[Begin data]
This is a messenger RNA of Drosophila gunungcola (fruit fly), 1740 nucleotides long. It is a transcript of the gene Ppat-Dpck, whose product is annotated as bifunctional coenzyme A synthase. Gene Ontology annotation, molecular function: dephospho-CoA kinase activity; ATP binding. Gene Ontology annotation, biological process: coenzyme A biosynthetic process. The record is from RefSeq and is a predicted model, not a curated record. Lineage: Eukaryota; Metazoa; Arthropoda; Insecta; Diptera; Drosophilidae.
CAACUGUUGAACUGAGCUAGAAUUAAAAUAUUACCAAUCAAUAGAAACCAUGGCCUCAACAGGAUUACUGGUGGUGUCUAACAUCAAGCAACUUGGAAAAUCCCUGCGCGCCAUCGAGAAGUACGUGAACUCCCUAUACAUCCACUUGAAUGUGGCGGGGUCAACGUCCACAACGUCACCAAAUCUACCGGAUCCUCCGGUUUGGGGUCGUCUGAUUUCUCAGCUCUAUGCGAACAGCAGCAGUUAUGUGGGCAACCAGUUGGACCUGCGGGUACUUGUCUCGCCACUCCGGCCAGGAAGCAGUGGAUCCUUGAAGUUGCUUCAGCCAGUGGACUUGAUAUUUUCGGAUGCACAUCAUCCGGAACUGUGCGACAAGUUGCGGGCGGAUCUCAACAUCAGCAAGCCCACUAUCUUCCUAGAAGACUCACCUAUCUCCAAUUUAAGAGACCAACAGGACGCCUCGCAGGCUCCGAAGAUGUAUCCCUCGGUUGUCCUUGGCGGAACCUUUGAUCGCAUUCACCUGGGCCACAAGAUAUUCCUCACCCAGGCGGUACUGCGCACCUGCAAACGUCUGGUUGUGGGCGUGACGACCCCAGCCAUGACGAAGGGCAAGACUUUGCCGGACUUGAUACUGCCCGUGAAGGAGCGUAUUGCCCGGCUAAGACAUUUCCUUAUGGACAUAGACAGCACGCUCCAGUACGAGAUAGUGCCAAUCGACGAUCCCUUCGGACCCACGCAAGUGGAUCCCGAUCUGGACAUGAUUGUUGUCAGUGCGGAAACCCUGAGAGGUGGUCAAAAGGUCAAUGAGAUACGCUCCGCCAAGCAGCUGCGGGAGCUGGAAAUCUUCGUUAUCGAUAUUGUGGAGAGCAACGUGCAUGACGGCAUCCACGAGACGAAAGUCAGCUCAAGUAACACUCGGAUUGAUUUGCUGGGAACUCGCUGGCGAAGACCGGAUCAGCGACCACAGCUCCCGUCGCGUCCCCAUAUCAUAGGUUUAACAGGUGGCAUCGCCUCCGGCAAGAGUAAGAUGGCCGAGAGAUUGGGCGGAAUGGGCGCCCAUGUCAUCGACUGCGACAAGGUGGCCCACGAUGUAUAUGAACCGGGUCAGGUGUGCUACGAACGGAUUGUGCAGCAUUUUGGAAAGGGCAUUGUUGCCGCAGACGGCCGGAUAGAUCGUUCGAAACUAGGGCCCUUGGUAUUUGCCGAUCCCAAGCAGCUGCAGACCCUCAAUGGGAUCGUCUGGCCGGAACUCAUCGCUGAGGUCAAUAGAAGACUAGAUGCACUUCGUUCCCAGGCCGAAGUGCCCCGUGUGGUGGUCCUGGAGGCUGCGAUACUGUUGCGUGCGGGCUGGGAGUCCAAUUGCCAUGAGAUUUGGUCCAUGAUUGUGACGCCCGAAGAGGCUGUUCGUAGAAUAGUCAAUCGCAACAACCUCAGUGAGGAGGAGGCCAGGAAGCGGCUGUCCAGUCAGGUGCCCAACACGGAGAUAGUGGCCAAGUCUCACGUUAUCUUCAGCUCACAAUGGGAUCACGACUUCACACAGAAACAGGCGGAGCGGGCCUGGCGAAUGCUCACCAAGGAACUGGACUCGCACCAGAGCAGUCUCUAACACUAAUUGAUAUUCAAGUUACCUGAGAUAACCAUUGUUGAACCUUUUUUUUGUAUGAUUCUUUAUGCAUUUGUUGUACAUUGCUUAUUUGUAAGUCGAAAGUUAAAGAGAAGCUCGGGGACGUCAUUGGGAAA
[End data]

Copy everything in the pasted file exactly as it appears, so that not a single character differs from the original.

This is a messenger RNA of Drosophila gunungcola (fruit fly), 1740 nucleotides long. It is a transcript of the gene Ppat-Dpck, whose product is annotated as bifunctional coenzyme A synthase. Gene Ontology annotation, molecular function: dephospho-CoA kinase activity; ATP binding. Gene Ontology annotation, biological process: coenzyme A biosynthetic process. The record is from RefSeq and is a predicted model, not a curated record. Lineage: Eukaryota; Metazoa; Arthropoda; Insecta; Diptera; Drosophilidae.
CAACUGUUGAACUGAGCUAGAAUUAAAAUAUUACCAAUCAAUAGAAACCAUGGCCUCAACAGGAUUACUGGUGGUGUCUAACAUCAAGCAACUUGGAAAAUCCCUGCGCGCCAUCGAGAAGUACGUGAACUCCCUAUACAUCCACUUGAAUGUGGCGGGGUCAACGUCCACAACGUCACCAAAUCUACCGGAUCCUCCGGUUUGGGGUCGUCUGAUUUCUCAGCUCUAUGCGAACAGCAGCAGUUAUGUGGGCAACCAGUUGGACCUGCGGGUACUUGUCUCGCCACUCCGGCCAGGAAGCAGUGGAUCCUUGAAGUUGCUUCAGCCAGUGGACUUGAUAUUUUCGGAUGCACAUCAUCCGGAACUGUGCGACAAGUUGCGGGCGGAUCUCAACAUCAGCAAGCCCACUAUCUUCCUAGAAGACUCACCUAUCUCCAAUUUAAGAGACCAACAGGACGCCUCGCAGGCUCCGAAGAUGUAUCCCUCGGUUGUCCUUGGCGGAACCUUUGAUCGCAUUCACCUGGGCCACAAGAUAUUCCUCACCCAGGCGGUACUGCGCACCUGCAAACGUCUGGUUGUGGGCGUGACGACCCCAGCCAUGACGAAGGGCAAGACUUUGCCGGACUUGAUACUGCCCGUGAAGGAGCGUAUUGCCCGGCUAAGACAUUUCCUUAUGGACAUAGACAGCACGCUCCAGUACGAGAUAGUGCCAAUCGACGAUCCCUUCGGACCCACGCAAGUGGAUCCCGAUCUGGACAUGAUUGUUGUCAGUGCGGAAACCCUGAGAGGUGGUCAAAAGGUCAAUGAGAUACGCUCCGCCAAGCAGCUGCGGGAGCUGGAAAUCUUCGUUAUCGAUAUUGUGGAGAGCAACGUGCAUGACGGCAUCCACGAGACGAAAGUCAGCUCAAGUAACACUCGGAUUGAUUUGCUGGGAACUCGCUGGCGAAGACCGGAUCAGCGACCACAGCUCCCGUCGCGUCCCCAUAUCAUAGGUUUAACAGGUGGCAUCGCCUCCGGCAAGAGUAAGAUGGCCGAGAGAUUGGGCGGAAUGGGCGCCCAUGUCAUCGACUGCGACAAGGUGGCCCACGAUGUAUAUGAACCGGGUCAGGUGUGCUACGAACGGAUUGUGCAGCAUUUUGGAAAGGGCAUUGUUGCCGCAGACGGCCGGAUAGAUCGUUCGAAACUAGGGCCCUUGGUAUUUGCCGAUCCCAAGCAGCUGCAGACCCUCAAUGGGAUCGUCUGGCCGGAACUCAUCGCUGAGGUCAAUAGAAGACUAGAUGCACUUCGUUCCCAGGCCGAAGUGCCCCGUGUGGUGGUCCUGGAGGCUGCGAUACUGUUGCGUGCGGGCUGGGAGUCCAAUUGCCAUGAGAUUUGGUCCAUGAUUGUGACGCCCGAAGAGGCUGUUCGUAGAAUAGUCAAUCGCAACAACCUCAGUGAGGAGGAGGCCAGGAAGCGGCUGUCCAGUCAGGUGCCCAACACGGAGAUAGUGGCCAAGUCUCACGUUAUCUUCAGCUCACAAUGGGAUCACGACUUCACACAGAAACAGGCGGAGCGGGCCUGGCGAAUGCUCACCAAGGAACUGGACUCGCACCAGAGCAGUCUCUAACACUAAUUGAUAUUCAAGUUACCUGAGAUAACCAUUGUUGAACCUUUUUUUUGUAUGAUUCUUUAUGCAUUUGUUGUACAUUGCUUAUUUGUAAGUCGAAAGUUAAAGAGAAGCUCGGGGACGUCAUUGGGAAA